19
OmerFlame
38d

DEBUGGING ARDUINO IS A FUCKING PAIN WHYYYYY

FUCK THIS PROJECT
FUCK SPI
FUCK I2C
FUCK JTAG
FUCK PROPRIETARY DEBUG HEADERS
FUCK USBTINY
FUCK AVRDUDE

Comments
  • 3
    Yeah, don't use Arduino. You are just limiting your self. Also, JTAG debugging exists.
  • 0
    @Bybit260 only on the Due.
  • 2
    Also fuck that guy next east crossing bridge..
  • 1
    @F1973 Just tryna cross this bridge man.. leave me alone!
  • 2
    @sudocode noo...

    You harassed our little boy @OmerFlame. You deserved to be fucked.
  • 1
  • 0
    Ah, Arduino. Good old times!

    But I'm now working on an Arm core with a proper debugger in VS Code. Everything is written in Rust as well!

    Love it, won't go back if I can
  • 1
    @OmerFlame If you weren't using Arduino you could use the AVR gnu toolchain. It includes GDB.
  • 0
    @Bybit260 it doesn’t have the ecosystem, not to mention the incredible library that I am using for my display...
  • 4
    Debugging sucks less if you don't write as many bugs in the first place. ^^
  • 1
    @Fast-Nop sounds easier than it actually is.

    Output to serial monitor (the ONLY way to actually see values) = instacrash/VRAM glitches
  • 1
    @OmerFlame Provably running out of RAM.
  • 1
    @Bybit260 I AM sorta running low on RAM, but it says I am using about 86% of the RAM. Oh, and I also recycle most of my variables.
  • 3
    @OmerFlame that's usually only the amount used in static buffers. So for the stack there's only 14% left.

    Try to make some arrays and big objects that are static const.
  • 0
    @Geoxion oh boy.

    Good thing I fixed my issues! I fixed E V E R Y T H I N G
  • 2
    @OmerFlame What u did to fix it? lol
  • 0
    @Bybit260 Alright, so the customer wasn’t quite satisfied with the save/load menu I built, said it was too complicated. I fixed it and he liked where it was going. But he wants some more features and there are more issues I haven’t addressed YET. Tomorrow I will address them, fix them and implement another feature.
  • 3
    @Geoxion And use GCC with -fstack-usage to get an idea on the worst case usage. It's a fair bit of manual analysis though because the calltree isn't analysed.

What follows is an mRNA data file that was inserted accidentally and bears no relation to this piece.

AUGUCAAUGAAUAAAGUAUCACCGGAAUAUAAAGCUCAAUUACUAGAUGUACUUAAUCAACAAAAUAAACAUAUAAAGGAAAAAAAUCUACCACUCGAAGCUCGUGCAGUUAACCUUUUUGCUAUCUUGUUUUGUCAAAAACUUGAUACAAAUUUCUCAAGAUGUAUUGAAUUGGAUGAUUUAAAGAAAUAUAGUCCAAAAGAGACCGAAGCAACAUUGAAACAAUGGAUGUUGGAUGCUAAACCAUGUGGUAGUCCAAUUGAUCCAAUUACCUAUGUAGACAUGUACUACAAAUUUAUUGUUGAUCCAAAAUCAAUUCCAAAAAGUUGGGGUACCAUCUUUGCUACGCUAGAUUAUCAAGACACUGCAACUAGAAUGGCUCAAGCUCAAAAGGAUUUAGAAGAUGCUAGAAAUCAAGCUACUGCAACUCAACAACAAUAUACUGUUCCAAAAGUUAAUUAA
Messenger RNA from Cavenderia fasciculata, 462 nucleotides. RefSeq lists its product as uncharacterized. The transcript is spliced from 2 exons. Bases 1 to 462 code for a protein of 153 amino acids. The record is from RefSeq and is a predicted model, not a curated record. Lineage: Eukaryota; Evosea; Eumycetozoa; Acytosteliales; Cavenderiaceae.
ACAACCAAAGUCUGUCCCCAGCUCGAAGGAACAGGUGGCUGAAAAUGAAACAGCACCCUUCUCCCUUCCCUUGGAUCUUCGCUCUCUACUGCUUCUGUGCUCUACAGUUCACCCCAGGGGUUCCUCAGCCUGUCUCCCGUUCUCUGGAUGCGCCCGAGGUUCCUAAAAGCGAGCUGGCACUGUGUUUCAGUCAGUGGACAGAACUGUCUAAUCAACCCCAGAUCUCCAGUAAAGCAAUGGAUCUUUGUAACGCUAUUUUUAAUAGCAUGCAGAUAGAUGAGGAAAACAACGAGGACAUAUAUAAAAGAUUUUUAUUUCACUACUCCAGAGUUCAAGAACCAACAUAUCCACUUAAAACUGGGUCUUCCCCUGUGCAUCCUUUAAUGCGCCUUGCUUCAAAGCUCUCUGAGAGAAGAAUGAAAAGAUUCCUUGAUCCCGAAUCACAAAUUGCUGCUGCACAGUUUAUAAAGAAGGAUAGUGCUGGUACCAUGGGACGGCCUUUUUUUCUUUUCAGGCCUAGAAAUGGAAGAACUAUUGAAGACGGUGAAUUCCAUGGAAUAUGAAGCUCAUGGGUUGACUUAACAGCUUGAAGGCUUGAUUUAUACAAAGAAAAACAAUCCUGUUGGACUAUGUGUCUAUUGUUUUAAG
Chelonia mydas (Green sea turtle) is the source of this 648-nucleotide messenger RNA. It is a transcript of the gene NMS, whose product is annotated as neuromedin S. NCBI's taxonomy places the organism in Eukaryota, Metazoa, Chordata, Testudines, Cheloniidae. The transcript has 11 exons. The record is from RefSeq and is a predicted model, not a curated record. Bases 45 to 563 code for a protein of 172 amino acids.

• 0
    Debugging embedded stuff isn't actually that bad, but it is vastly different to higher level stuff. The issue with Arduino is that it often tries to pretend the lower level limitations and approaches don't really exist, which really doesn't help if you're having issues.

    Ditch it and move to a modern, dedicated embedded platform and you'll likely fare better, and learn loads more too.
  • 2
    @AlmondSauce Any suggestions? I’m teaching physical computing to CS students and I start with Arduino because it’s easy for beginners with no experience in electronics and there are millions of tutorials and examples.
  • 1
    @lastNick first of all, teach them the basics of computer science: integers, chars, strings, all of that. Then, teach them a blink function, serial monitor, and then start going bigger, like, communicating between 2 Arduinos bigger.

    Well, maybe not that but still. Teach them about the ADC, and work your way up to the really hard things (keep the storage and RAM constraints in mind! People say that the sky is the limit but here, 32KBs are the limit, unless you go for Arduino Due).
  • 0
    @lastNick In terms of boards, when I taught at uni we used the FRDM boards which worked quite well.
  • 1
    @OmerFlame As these CS students are already in their 3rd semester I don’t need to teach them the basics of programming. In the first 3h unit of this course blink and a traffic light will run on a breadboard.
  • 0
    @lastNick oh right, I forgot that they are 3rd semester.

    NOTE: Arduino’s string data type is a little special and it doesn’t abide by the standard C++ std::string class. Make sure to research on that a little.
  • 2
    Just don’t create bugs? Hahaha
  • 0
    Ya... Should learn I2C too.
    Tryed one time, two days of pain, a damaged segment screen to find out the I2C module was damaged...
    Should try again tough.
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